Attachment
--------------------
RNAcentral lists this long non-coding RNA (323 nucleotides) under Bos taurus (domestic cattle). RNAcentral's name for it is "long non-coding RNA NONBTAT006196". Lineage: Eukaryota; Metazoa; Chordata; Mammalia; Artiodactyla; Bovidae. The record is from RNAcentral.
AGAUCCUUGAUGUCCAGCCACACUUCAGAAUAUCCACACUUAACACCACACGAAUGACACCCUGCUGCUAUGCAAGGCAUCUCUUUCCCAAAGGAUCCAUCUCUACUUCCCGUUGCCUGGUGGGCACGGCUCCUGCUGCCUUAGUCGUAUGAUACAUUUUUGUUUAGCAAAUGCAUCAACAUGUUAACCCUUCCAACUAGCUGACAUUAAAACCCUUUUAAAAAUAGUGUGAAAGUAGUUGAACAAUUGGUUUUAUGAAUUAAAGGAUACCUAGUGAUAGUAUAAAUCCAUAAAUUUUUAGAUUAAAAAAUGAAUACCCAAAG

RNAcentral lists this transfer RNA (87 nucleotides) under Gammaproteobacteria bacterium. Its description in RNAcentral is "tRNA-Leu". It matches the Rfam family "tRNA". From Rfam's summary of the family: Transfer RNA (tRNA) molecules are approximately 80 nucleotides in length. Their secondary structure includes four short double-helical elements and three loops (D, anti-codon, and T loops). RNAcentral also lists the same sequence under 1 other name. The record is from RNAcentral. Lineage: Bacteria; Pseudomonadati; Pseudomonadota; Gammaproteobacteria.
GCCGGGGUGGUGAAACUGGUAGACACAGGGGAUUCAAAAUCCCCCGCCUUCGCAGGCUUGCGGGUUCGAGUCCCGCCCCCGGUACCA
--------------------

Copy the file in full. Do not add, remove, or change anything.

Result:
RNAcentral lists this long non-coding RNA (323 nucleotides) under Bos taurus (domestic cattle). RNAcentral's name for it is "long non-coding RNA NONBTAT006196". Lineage: Eukaryota; Metazoa; Chordata; Mammalia; Artiodactyla; Bovidae. The record is from RNAcentral.
AGAUCCUUGAUGUCCAGCCACACUUCAGAAUAUCCACACUUAACACCACACGAAUGACACCCUGCUGCUAUGCAAGGCAUCUCUUUCCCAAAGGAUCCAUCUCUACUUCCCGUUGCCUGGUGGGCACGGCUCCUGCUGCCUUAGUCGUAUGAUACAUUUUUGUUUAGCAAAUGCAUCAACAUGUUAACCCUUCCAACUAGCUGACAUUAAAACCCUUUUAAAAAUAGUGUGAAAGUAGUUGAACAAUUGGUUUUAUGAAUUAAAGGAUACCUAGUGAUAGUAUAAAUCCAUAAAUUUUUAGAUUAAAAAAUGAAUACCCAAAG

RNAcentral lists this transfer RNA (87 nucleotides) under Gammaproteobacteria bacterium. Its description in RNAcentral is "tRNA-Leu". It matches the Rfam family "tRNA". From Rfam's summary of the family: Transfer RNA (tRNA) molecules are approximately 80 nucleotides in length. Their secondary structure includes four short double-helical elements and three loops (D, anti-codon, and T loops). RNAcentral also lists the same sequence under 1 other name. The record is from RNAcentral. Lineage: Bacteria; Pseudomonadati; Pseudomonadota; Gammaproteobacteria.
GCCGGGGUGGUGAAACUGGUAGACACAGGGGAUUCAAAAUCCCCCGCCUUCGCAGGCUUGCGGGUUCGAGUCCCGCCCCCGGUACCA